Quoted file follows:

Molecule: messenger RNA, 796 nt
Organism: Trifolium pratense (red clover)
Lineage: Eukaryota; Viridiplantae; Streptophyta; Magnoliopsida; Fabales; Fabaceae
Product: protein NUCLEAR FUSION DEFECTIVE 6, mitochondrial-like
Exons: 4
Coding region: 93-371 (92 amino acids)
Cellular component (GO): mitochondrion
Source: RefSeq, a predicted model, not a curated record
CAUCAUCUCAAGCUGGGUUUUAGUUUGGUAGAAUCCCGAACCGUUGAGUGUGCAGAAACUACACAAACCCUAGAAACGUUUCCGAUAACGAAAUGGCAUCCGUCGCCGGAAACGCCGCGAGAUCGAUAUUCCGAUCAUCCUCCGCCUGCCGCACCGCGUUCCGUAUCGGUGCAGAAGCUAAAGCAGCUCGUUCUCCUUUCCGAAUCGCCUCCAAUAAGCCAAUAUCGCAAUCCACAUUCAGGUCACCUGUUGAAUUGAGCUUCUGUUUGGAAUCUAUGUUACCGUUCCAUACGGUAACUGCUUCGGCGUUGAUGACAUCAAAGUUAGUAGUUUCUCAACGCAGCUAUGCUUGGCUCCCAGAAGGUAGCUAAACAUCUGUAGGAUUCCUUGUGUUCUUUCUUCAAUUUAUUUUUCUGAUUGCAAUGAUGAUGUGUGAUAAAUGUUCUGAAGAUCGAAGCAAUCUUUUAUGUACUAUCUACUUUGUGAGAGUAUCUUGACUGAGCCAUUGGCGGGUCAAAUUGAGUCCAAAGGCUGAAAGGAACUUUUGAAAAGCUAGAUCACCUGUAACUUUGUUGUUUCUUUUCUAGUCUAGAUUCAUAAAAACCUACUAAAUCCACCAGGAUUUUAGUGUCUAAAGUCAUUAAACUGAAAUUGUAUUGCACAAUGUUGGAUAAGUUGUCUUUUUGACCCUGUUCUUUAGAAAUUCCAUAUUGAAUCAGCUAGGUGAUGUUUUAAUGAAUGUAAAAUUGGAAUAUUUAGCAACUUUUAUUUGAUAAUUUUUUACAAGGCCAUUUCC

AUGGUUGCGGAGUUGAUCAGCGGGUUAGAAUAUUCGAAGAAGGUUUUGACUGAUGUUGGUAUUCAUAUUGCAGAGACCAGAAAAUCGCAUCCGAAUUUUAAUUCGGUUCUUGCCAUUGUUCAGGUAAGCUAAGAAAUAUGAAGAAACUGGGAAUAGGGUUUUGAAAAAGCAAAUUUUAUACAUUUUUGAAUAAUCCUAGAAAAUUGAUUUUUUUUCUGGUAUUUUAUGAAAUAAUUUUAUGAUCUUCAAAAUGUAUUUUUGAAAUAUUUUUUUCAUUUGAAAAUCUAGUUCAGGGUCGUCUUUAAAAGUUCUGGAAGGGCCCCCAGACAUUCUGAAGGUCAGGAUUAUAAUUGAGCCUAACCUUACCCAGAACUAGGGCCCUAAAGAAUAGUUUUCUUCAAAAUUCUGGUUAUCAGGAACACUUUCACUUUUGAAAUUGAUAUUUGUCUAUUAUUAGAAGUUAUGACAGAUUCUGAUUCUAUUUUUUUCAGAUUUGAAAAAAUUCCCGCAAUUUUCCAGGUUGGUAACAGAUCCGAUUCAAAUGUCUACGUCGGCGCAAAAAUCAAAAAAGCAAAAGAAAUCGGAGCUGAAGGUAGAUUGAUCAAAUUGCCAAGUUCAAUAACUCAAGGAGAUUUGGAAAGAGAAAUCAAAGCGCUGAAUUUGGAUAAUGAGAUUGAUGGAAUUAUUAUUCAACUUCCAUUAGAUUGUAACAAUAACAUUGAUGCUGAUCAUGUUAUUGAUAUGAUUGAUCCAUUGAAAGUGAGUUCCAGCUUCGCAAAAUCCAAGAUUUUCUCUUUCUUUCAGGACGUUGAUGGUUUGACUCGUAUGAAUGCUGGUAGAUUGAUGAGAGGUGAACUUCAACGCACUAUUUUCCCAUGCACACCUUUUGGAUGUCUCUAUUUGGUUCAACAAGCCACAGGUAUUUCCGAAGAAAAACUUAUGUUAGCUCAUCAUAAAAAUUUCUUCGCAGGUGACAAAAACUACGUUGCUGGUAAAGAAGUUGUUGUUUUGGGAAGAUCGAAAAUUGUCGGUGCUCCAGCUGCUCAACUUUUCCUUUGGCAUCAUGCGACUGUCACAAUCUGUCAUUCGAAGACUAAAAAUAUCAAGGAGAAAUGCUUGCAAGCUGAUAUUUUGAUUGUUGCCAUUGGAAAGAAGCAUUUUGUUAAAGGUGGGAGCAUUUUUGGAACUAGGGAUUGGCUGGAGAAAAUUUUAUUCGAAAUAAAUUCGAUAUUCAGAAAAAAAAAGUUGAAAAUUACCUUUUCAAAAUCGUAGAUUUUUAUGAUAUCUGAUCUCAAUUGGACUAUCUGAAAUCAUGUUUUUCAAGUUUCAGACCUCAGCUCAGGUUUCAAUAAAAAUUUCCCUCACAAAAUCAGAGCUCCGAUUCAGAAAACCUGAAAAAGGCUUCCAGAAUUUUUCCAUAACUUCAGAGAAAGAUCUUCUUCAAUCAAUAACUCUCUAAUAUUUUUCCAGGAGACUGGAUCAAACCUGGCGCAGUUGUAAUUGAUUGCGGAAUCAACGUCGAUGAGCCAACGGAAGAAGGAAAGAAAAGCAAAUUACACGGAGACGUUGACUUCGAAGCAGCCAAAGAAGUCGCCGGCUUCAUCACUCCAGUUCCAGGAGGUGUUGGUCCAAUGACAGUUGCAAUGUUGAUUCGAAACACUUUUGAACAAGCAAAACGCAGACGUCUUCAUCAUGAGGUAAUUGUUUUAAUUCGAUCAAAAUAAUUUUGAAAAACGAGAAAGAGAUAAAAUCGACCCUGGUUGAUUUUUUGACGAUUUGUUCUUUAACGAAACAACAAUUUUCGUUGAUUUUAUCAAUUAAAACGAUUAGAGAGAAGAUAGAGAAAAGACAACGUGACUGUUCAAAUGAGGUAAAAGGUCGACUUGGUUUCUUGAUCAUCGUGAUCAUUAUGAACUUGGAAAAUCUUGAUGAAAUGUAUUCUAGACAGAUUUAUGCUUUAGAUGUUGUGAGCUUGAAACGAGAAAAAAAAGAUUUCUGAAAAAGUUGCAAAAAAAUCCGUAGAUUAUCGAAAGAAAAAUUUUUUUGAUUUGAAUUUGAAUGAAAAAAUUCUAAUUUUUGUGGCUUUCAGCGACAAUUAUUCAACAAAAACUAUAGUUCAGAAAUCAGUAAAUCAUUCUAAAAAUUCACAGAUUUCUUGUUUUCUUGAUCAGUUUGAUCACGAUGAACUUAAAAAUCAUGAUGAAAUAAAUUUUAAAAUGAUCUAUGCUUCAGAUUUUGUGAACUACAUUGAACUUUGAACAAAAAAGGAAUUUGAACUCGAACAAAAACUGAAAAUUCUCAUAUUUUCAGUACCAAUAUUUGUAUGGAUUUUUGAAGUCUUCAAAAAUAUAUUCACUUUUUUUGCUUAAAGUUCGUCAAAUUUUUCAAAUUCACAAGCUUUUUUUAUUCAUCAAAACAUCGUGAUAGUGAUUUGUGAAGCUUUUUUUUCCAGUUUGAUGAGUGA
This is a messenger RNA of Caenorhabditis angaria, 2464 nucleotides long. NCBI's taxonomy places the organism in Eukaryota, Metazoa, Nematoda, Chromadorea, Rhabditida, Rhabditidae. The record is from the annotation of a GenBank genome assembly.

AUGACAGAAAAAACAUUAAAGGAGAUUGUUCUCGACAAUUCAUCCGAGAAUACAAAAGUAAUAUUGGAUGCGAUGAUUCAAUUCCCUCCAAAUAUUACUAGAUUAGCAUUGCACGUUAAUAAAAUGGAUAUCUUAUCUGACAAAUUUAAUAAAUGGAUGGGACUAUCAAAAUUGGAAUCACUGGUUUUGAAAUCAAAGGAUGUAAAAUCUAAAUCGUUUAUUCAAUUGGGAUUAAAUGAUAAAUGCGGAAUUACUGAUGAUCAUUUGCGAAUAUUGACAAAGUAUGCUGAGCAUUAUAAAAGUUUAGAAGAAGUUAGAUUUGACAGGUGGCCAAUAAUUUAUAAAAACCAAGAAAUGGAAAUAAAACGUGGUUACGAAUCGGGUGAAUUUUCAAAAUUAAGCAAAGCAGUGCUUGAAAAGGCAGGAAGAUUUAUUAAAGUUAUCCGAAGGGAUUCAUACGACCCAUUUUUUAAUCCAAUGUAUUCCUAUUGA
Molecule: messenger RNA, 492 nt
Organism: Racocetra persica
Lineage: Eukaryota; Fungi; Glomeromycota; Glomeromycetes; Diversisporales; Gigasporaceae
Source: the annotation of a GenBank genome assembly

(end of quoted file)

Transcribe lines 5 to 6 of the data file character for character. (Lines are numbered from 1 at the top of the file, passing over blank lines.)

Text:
Exons: 4
Coding region: 93-371 (92 amino acids)